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Struggling boutique gyms navigate unique COVID-19 pandemic challenges

TORONTO — Amy Aldrich-Witt peered up at the threatening clouds on a recent early morning in Toronto. "Hopefully the rain holds off," she said.

TORONTO — Amy Aldrich-Witt peered up at the threatening clouds on a recent early morning in Toronto.

"Hopefully the rain holds off," she said.

The 32-year-old owner of Delta Train Liberty Village, a gym tucked among the repurposed industrial buildings the neighbourhood is known for, was about to put six members through an outdoor workout in the parking lot. 

Rain would mean cancelling the class — yet another blow four months after Aldrich-Witt closed her doors because of COVID-19.

Gyms are among businesses that can reopen across much of Ontario on Friday, as part of Stage 3 of the province's restart plan. Aldrich-Witt will have to wait to head indoors however; the Greater Toronto Area and parts of southern Ontario must remain in Stage 2 for now.

Gyms in some other provinces have already been allowed to reopen after those regions loosened certain public health restrictions.

Like many small businesses, the global pandemic has brought boutique gyms to their knees. While many quickly pivoted to online workouts, and more recently to small outdoor workouts, those don't begin to pay the bills.

"So far it hasn't covered rent for this month," Aldrich-Witt said. "But I would rather do (the outdoor workouts) than stay closed. I know my workout for me, it's for my mental well-being as well as physical. So, I want to make sure (members) have that."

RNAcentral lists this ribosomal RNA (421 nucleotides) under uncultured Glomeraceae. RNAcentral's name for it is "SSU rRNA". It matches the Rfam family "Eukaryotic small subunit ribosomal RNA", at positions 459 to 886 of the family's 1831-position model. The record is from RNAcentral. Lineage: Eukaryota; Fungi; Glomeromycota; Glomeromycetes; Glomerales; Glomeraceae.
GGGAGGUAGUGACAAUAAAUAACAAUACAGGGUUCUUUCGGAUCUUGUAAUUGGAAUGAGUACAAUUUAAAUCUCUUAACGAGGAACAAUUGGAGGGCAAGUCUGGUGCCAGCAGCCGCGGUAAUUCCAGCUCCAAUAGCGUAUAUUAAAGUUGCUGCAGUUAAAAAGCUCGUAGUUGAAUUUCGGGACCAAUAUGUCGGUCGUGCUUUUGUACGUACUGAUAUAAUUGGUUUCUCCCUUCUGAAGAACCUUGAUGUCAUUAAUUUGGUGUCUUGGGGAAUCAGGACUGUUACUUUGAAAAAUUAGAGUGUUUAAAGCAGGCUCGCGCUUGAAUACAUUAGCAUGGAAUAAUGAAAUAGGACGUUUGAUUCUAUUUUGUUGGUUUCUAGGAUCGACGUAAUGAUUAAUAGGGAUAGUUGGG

The outdoor workouts have been well-received by cooped-up members who've been climbing the walls for the past four months. 

"Oh my god, so good," she said of being able to see members in person again. "Everyone's so happy to work out."

The rain held out on this particular morning. The six members happily huffed and puffed through burpees, kettlebell swings, and deadlifts. They each had their own equipment, and were spaced out on their own large square of gym flooring — hauled outside during a set-up process that takes Aldrich-Witt an hour.

The equipment was carefully cleaned and the floor mopped down  between classes.

Jennifer Lau opened Toronto's Fit Squad with two co-owners just six months before the global pandemic shut them down. They've recently started holding outdoor classes in David Pecaut Square, but the fees barely put a dent in the bills, including the $30,000 monthly rent on their 6,000-square-foot downtown gym. 

Fit Squad has held virtual classes on Zoom almost since Day 1 of the lockdown. Having a schedule and some semblance of structure kept them sane, she said, because "we were fish out of water. We had no idea. The future was so uncertain."

Aldrich-Witt also runs daily Zoom workouts, and said she gets as much out of them as her members.

"It does give you a purpose, right?" she said. "I knew I had to wake up every day, I knew I had to do these workouts.

"And it also made a difference being able to see everyone online because you feel like you're connected to other people."

Home exercise equipment has been scarce for some. Lau got a kick out of seeing members substitute everything from weighted suitcases to jugs of laundry detergent for weights.  

"Looking back at it now, had we known the hot commodity that was a dumbbell or a kettlebell, we could have sold all our equipment and been fine," she laughed. "Kettle bells were going for like $400 apiece, it was insane."

While the chance to reopen offers some hope, small Ontario gyms aren't out of the woods yet. Gyms in the province will be permitted up to 50 people, but physical distancing will require two metres of space between members.

Aldrich-Witt figures she'll be able to operate at 10 members per class, significantly lower than pre-novel coronavirus capacity.

Lau said a poll of their members showed some don't feel comfortable returning to the gym until there's a vaccine.